Wind Concerns Ontario is a province-wide advocacy organization whose mission is to provide information on the potential impact of industrial-scale wind power generation on the economy, human health, and the natural environment.
Two Auditors General in Ontario have noted that the government never did any cost-benefit study on its renewable energy program; moreover, wind power is produced out-of-phase with demand in Ontario, and is a significant portion of the surplus power the province is forced to sell off cheap. Parker Gallant comments on who is really benefitting from Ontario’s energy management policies.
Michigan outperforms Ontario. And why not? They have our cheap power
Parker Gallant Energy Perspectives
September 6, 2016
The state of Michigan is outperforming Ontario. That’s according to a recent study by the Fraser Institute. Since the end of the “’Great Recession” Michigan has out performed Ontario, increasing their GDP in 2013 by 2.8% versus Ontario’s growth of only 1.3%. Unemployment levels in Michigan are currently at 4.6% versus Ontario’s 6.4%. Those are two very important economic indicators.
That news plus the fact Ontario has become a “have not” province in Canada, it seems policies adopted by the Ontario Liberal government to “build Ontario up” is having the opposite effect.
One of those policies resulted in Ontario’s electricity sector focusing on acquisition of renewable energy from industrial-scale wind turbines, solar panels and biomass. The passing of the Green Energy Act (GEA) in 2009 resulted in adding intermittent and unreliable renewable energy that is unresponsive to demand (wind power is produced out-of-phase with demand in Ontario). This had the effect of driving down the price of electricity.
The free market trading (HOEP) of electricity has resulted in Ontario exporting a rising percentage of our generation to buyers in Quebec, NY and Michigan, with the latter the biggest buyer. In 2015 Michigan purchased 10,248 gigawatts (GWh) or enough to power1.1 million “average” Ontario residential households. We sold it at an average of 2.36 cents per kilowatt hour (kWh) and were paid $242 million, but it cost Ontario’s ratepayers just over $1 billion.
Michigan doesn’t have to pay the Global Adjustment. You do.
Michigan appears delighted to be able to purchase our cheap subsidized electricity. Now they are seeking further transmission links to Ontario with an eye on the grid out of Sault Ste Marie.
Worthy of a repost, from the National Post, this opinion from a renewable energy insider.
September 2, 2016
Ontario set an all-time peak electricity demand of 27,005 megawatts (MW) 10 years ago this summer. At the time, rising demand and plans to retire its coal-fired power plants dominated provincial energy policy. What followed was optimism for a new energy policy, focused on the ambitious procurement of large wind and solar installations. I felt great pride in helping to lead an industry that would make Ontario’s power system clean, responsive and cutting edge.
What a difference a decade makes. Intrusive policy and poor implementation are largely responsible for the energy market debacle Ontarians face today. But there is no excuse now for buying more mega-projects when our power supply is saturated and hydro bills are skyrocketing.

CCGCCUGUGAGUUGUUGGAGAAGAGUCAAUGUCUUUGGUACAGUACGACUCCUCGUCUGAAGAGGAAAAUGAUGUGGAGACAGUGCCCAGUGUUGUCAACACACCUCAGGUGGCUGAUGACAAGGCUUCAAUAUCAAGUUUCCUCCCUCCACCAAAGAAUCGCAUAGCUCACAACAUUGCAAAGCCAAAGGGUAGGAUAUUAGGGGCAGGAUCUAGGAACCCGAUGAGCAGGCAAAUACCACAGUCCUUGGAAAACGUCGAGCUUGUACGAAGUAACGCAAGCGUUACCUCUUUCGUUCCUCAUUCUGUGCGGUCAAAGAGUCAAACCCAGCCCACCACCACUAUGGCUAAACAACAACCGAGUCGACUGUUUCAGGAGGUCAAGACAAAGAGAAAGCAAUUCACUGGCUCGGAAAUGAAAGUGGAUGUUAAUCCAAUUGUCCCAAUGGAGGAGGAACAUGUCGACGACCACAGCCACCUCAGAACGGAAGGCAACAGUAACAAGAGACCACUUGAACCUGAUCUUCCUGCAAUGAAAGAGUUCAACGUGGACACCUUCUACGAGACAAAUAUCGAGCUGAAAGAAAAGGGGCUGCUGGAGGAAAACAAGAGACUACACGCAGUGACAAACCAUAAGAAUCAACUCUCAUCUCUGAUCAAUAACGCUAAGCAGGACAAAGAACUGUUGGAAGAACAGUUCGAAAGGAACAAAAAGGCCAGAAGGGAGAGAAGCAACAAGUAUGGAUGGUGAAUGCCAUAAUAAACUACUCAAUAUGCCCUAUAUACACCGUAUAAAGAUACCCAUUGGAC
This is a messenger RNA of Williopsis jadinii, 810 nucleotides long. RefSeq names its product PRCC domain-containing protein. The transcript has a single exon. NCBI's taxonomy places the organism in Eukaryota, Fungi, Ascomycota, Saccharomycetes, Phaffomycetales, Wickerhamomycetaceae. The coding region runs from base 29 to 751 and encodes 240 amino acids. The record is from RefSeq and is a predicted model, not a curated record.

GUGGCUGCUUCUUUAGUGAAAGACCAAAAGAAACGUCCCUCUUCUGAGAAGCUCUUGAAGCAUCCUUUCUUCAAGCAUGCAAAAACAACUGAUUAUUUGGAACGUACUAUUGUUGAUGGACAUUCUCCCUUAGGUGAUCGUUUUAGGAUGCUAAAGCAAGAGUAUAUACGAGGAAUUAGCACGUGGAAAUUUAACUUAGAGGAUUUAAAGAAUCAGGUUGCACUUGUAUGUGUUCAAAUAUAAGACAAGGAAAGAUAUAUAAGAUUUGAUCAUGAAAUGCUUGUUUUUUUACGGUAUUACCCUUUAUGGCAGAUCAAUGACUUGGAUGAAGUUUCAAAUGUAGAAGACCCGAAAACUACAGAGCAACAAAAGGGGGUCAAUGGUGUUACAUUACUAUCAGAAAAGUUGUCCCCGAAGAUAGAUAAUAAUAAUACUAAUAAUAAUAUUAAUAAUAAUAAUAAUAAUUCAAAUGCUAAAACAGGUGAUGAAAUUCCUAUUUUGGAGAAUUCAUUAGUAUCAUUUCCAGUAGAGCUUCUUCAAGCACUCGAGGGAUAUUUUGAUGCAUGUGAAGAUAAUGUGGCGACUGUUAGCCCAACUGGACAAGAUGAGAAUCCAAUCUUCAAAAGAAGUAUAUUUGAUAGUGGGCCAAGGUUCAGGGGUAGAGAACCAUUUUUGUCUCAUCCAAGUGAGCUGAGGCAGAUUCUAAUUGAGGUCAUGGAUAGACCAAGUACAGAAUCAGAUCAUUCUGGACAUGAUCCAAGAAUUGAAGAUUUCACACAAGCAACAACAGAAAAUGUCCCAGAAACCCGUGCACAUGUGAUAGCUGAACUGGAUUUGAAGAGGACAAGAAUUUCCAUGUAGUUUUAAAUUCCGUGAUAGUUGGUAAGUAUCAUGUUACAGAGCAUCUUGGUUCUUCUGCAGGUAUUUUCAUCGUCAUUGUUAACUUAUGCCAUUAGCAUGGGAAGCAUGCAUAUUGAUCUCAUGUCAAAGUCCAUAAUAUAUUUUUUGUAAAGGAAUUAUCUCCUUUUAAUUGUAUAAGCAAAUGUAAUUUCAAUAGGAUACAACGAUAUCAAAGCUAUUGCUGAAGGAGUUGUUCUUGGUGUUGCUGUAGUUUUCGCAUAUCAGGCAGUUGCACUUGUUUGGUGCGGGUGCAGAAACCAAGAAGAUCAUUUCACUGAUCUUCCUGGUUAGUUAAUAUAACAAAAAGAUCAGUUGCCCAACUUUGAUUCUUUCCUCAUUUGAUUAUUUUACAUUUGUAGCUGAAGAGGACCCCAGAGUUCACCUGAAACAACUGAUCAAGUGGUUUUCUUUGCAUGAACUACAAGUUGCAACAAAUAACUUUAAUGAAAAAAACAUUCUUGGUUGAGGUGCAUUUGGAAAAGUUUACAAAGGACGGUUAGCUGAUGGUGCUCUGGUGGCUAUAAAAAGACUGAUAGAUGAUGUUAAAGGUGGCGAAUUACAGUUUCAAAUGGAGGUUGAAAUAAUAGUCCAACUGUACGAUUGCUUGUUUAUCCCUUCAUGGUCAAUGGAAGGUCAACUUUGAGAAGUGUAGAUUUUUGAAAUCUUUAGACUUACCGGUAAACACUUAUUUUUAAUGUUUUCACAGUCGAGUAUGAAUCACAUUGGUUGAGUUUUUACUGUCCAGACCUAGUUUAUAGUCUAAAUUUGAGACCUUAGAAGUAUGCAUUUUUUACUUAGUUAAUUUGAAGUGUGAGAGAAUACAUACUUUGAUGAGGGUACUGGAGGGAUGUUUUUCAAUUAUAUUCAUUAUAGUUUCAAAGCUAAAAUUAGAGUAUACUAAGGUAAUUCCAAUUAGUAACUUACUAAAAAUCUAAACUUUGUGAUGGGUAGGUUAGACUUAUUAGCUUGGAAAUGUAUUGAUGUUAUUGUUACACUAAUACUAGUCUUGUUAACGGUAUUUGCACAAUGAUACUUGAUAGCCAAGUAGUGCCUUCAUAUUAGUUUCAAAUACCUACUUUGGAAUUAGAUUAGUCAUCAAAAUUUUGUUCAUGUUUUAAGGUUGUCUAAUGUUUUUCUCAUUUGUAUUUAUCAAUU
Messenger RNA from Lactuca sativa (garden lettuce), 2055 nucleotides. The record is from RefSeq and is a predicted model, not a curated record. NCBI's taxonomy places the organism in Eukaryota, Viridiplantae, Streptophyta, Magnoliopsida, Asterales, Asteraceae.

Coal-fired power generation effectively disappeared after 2010, by which time Ontario’s electricity demand had already started to plummet. Demand has fallen 13 per cent in the past 10 years, including consecutive reductions in each of the past five years. In 2016, Ontario will consume less electricity than in 1997.
Peak demand exceeded 23,000 MW only one day this summer, despite parts of the province seeing 35 days with temperatures above 30 C. Yet our installed capacity approaches 40,000 MW. The system will have reserves above extreme summer peaks well into the 2020s. The Independent Electricity System Operator (IESO) reinforced this point recently when it confirmed “Ontario will have sufficient supply for the next several years.”
Against this troubling background, the Ontario government is procuring an additional 1,300 MW of large wind and solar generation under the Large Renewable Procurement (LRP) program. This decision is indefensible. It makes the frequency of negative pricing (paying our U.S. neighbours to take Ontario energy during periods of low demand) and curtailment (paying wind developers for energy production even when the grid can’t use the power) even worse. These problems have become billion-dollar burdens for Ontario electricity customers.
Sweet contracts, painful electricity bills
Offering sweet contracts to large renewable energy developers while demand stagnates has helped push hydro bills higher. Electricity prices have increased by seven per cent a year since 2009. Costs have risen faster than Ontario’s inflation rate in each of the past several years. The province’s electricity rates are increasing faster than any other jurisdiction in North America.
It’s clear that change must begin with the renewable industry, since our industry alone benefits from the continued overprocurement of electricity. The fact is large wind and solar developers have been pampered by Queen’s Park for far too long. Although solar installation costs dropped 70 per cent in the past decade, the government froze prices for years at a time. When permitting delays enabled projects to be built as much as five years after contracts were awarded, multi-millionaires were created overnight.
Today, with no logical reason to build more wind and solar mega-projects in Ontario, renewable developers must confront the economic damage they are doing to their families, friends and neighbours, and to the next generation of citizens who will bear the brunt of this green corporate welfare.